What would China gain by confronting Russia for what it's doing in Ukraine?


The article states that U.S. diplomats urged China to help avert the war in Ukraine, but what I don't understand is what does China have to gain by doing so? Russia invading Europe is the best thing that can happen to China since the U.S. will have its hands tied in dealing with Russia instead of China in the South China sea, and it makes Russia seem like a much bigger threat in the eyes of the public countering the recent efforts by U.S. media to paint China as a bigger evil and threat to the rest of the world.

So what would China gain in doing so?


3 Answers 3


China is interested in upholding the concept of Westphalian sovereignty, the principle that other nations do not interfere with the internal matters of a nation. In recent years, Western governments have begun to argue for a right to interfere in sovereign nations under the Responsibility to Protect.

China is also interested in discouraging Western-inspired independence/democracy movements, so they are somewhat torn. Hence their abstention in the UNSC.


China's best bet is to boil their frog slowly without it waking up. I.e. one day they want to be the biggest meanest country around and no one will have noticed. To put it more kindly: they want to resume what they see as their rightful place in the sun, being a superpower. Which is what they were until the 1500s.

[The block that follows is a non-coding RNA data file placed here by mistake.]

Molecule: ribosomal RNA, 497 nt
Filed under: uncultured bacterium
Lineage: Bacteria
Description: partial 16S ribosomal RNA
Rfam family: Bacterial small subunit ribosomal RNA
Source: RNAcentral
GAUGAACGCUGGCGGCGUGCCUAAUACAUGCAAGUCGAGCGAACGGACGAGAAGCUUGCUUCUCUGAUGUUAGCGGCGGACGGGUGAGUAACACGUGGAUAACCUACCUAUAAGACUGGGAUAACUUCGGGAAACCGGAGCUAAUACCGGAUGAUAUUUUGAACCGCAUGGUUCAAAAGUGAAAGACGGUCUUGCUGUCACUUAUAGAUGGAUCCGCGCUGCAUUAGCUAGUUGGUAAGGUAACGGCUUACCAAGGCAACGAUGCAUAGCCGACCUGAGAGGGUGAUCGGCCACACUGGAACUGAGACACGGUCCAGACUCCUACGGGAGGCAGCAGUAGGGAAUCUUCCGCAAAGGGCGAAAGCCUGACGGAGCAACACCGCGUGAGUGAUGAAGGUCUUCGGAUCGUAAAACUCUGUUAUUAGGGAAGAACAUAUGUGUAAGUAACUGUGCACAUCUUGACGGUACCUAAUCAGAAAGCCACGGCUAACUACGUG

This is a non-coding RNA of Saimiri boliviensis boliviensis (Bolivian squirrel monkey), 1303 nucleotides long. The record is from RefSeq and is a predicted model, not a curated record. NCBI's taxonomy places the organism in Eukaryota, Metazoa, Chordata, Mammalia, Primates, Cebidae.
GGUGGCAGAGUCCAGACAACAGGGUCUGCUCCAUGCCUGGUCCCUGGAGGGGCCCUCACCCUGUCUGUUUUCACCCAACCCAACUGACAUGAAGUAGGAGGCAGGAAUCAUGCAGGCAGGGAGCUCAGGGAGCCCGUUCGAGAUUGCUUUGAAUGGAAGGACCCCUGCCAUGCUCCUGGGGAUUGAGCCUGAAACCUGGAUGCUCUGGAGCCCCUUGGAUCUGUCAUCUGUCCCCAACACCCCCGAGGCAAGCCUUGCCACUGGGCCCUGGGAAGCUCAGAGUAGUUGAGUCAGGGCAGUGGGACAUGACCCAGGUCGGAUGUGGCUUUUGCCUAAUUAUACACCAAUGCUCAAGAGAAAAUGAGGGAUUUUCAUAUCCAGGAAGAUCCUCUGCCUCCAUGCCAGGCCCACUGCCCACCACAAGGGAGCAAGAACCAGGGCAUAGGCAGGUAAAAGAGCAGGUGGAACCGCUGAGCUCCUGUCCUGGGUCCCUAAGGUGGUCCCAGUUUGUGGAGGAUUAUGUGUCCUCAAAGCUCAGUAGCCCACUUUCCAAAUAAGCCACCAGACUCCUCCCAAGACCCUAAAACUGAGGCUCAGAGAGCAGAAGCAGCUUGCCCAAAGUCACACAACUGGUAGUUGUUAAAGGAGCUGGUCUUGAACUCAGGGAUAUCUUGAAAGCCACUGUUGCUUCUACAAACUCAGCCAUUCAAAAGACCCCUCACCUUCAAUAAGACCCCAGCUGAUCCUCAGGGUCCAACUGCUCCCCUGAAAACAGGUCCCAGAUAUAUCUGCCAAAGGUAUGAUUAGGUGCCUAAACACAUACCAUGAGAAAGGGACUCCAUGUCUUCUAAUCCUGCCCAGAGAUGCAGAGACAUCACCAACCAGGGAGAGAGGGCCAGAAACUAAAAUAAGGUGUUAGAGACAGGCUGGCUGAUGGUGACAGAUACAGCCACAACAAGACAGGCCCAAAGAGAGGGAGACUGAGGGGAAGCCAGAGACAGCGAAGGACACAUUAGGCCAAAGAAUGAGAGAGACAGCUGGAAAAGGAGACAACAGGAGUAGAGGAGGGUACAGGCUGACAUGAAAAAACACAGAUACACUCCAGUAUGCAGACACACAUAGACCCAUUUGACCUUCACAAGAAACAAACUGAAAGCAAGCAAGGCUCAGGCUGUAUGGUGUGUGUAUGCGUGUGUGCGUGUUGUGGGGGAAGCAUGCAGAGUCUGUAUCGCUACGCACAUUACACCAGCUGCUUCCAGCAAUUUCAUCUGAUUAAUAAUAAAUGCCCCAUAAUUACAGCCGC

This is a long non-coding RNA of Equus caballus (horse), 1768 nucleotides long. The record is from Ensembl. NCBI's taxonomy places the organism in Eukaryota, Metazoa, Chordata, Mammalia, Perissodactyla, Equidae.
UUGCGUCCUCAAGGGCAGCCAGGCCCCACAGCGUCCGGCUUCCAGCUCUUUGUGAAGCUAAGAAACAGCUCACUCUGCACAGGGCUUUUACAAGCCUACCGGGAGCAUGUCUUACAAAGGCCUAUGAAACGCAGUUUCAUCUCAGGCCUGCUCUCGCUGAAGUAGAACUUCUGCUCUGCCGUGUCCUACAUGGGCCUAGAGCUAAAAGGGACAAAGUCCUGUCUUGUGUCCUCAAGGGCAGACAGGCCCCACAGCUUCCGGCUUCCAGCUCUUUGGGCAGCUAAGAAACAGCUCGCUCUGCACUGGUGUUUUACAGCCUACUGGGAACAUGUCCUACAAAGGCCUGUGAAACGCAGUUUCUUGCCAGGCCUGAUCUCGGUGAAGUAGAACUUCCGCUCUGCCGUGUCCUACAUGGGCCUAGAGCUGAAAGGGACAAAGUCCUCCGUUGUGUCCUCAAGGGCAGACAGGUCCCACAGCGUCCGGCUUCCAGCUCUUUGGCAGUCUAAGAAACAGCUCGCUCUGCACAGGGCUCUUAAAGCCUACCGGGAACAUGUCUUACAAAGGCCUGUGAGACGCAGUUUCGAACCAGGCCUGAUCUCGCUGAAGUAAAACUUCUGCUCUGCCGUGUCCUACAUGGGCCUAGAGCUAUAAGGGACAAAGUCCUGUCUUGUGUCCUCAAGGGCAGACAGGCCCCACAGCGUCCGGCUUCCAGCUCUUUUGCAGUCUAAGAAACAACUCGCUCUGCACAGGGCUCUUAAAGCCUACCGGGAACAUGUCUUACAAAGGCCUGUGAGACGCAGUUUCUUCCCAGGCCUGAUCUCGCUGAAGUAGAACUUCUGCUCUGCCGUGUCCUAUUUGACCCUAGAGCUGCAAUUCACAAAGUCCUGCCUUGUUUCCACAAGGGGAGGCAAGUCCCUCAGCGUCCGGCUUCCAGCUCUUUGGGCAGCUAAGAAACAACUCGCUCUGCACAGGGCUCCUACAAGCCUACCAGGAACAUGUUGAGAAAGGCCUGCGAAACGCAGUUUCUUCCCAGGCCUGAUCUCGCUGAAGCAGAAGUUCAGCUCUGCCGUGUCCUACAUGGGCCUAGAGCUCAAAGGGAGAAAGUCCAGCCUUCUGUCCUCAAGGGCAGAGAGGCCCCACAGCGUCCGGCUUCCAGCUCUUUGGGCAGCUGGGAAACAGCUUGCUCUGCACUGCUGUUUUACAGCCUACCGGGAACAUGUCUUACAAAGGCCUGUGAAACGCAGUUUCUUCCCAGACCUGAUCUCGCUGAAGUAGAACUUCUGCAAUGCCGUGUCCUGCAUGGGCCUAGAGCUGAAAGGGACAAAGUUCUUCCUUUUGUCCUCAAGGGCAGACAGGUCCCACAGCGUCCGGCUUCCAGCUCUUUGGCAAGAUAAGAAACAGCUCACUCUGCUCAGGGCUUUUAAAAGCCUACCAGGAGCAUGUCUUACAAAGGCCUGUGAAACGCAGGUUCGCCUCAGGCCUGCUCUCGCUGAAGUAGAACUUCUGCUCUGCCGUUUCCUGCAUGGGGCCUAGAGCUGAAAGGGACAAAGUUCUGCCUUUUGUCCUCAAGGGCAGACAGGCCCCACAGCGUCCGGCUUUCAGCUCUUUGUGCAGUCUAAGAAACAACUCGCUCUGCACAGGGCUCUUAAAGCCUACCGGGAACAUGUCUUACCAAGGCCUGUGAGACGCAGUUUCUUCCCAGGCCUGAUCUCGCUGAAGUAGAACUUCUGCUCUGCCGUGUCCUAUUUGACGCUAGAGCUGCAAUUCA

There are certainly advantages to them from Putin's current warmongering. China's own questionable actions aren't very much under the spotlight and they are being courted, rather than pressured against. Taiwan would be a lot easier to invade right now (except they aren't probably ready yet).
Last, they may get a weakened Russia driven into their arms, as a junior, needy partner, but still with juicy weapon technology to be transferred.

At the same time they can't benefit from:

  • Western countries hashing out together a concerted plan to punish Russia. Why, it might be China next time.

  • The potential for re-energized NATO spending, to reach the 2% limit for example. This really hasn't been realistic since the 90s. Now?

  • A NATO alliance that has, for now, forgotten its days of maximum disunity under Trump and is actually acting together. Ditto with the EU forging a difficult common foreign policy for once.

  • If Putin doesn't pull off his Ukraine takeover very cleanly this doesn't necessarily bode much good for a Taiwan adventure of their own. At least not until they power up considerably - Taiwan is smaller and China bigger, but Taiwan's invasion requires an amphibious operation, which is way more challenging and obvious than Russia's convenient pre-positioned surrounding of Ukraine on 3 sides for "training purposes only". An indigestible Ukraine would certainly strengthen Taiwanese resolve.

China runs some benefits, but not a few risks, from military adventurism that it doesn't control. WW3 - not going to happen - is just as bad for them as for everyone else.

And most of all, this risks forcing them to declare for one side, rather than the other. Their ideological sympathy may align more with Putin's but that's not to whom Chinese factories are busy selling stuff. Now that Putin is the bad guy does China want to get too associated with it? Why not pretend to be a responsible, reasonable country instead? Talks about "understandable security concerns" and "need to get back to the negotiating table" plays to both sides and doesn't cost much.